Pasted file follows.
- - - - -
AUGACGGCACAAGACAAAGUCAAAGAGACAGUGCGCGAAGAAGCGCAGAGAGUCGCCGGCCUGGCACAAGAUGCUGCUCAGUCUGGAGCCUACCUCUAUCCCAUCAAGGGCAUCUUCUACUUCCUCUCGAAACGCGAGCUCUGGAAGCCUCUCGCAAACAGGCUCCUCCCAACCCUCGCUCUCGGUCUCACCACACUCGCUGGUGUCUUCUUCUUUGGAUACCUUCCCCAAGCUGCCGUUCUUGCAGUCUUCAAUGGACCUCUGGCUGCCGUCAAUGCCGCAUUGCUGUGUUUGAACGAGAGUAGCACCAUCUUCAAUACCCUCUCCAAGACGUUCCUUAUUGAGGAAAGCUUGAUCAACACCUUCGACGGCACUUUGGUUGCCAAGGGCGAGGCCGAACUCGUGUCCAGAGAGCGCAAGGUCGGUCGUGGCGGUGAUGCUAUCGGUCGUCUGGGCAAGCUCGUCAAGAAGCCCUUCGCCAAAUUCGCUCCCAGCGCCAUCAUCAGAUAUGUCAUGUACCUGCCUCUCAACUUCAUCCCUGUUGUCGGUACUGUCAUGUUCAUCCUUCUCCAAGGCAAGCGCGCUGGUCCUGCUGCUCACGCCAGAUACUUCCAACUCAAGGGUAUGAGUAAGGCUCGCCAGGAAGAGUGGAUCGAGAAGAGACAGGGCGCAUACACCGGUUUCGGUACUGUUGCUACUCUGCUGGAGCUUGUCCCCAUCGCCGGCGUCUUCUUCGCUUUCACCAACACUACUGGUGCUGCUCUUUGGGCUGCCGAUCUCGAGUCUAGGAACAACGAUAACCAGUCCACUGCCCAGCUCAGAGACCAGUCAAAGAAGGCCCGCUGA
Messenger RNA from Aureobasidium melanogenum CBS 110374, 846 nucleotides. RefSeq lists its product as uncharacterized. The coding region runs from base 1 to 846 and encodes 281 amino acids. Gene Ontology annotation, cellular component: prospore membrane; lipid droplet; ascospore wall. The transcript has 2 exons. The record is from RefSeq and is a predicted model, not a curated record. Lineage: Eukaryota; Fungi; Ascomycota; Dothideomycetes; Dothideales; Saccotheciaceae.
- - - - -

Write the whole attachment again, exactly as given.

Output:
AUGACGGCACAAGACAAAGUCAAAGAGACAGUGCGCGAAGAAGCGCAGAGAGUCGCCGGCCUGGCACAAGAUGCUGCUCAGUCUGGAGCCUACCUCUAUCCCAUCAAGGGCAUCUUCUACUUCCUCUCGAAACGCGAGCUCUGGAAGCCUCUCGCAAACAGGCUCCUCCCAACCCUCGCUCUCGGUCUCACCACACUCGCUGGUGUCUUCUUCUUUGGAUACCUUCCCCAAGCUGCCGUUCUUGCAGUCUUCAAUGGACCUCUGGCUGCCGUCAAUGCCGCAUUGCUGUGUUUGAACGAGAGUAGCACCAUCUUCAAUACCCUCUCCAAGACGUUCCUUAUUGAGGAAAGCUUGAUCAACACCUUCGACGGCACUUUGGUUGCCAAGGGCGAGGCCGAACUCGUGUCCAGAGAGCGCAAGGUCGGUCGUGGCGGUGAUGCUAUCGGUCGUCUGGGCAAGCUCGUCAAGAAGCCCUUCGCCAAAUUCGCUCCCAGCGCCAUCAUCAGAUAUGUCAUGUACCUGCCUCUCAACUUCAUCCCUGUUGUCGGUACUGUCAUGUUCAUCCUUCUCCAAGGCAAGCGCGCUGGUCCUGCUGCUCACGCCAGAUACUUCCAACUCAAGGGUAUGAGUAAGGCUCGCCAGGAAGAGUGGAUCGAGAAGAGACAGGGCGCAUACACCGGUUUCGGUACUGUUGCUACUCUGCUGGAGCUUGUCCCCAUCGCCGGCGUCUUCUUCGCUUUCACCAACACUACUGGUGCUGCUCUUUGGGCUGCCGAUCUCGAGUCUAGGAACAACGAUAACCAGUCCACUGCCCAGCUCAGAGACCAGUCAAAGAAGGCCCGCUGA
Messenger RNA from Aureobasidium melanogenum CBS 110374, 846 nucleotides. RefSeq lists its product as uncharacterized. The coding region runs from base 1 to 846 and encodes 281 amino acids. Gene Ontology annotation, cellular component: prospore membrane; lipid droplet; ascospore wall. The transcript has 2 exons. The record is from RefSeq and is a predicted model, not a curated record. Lineage: Eukaryota; Fungi; Ascomycota; Dothideomycetes; Dothideales; Saccotheciaceae.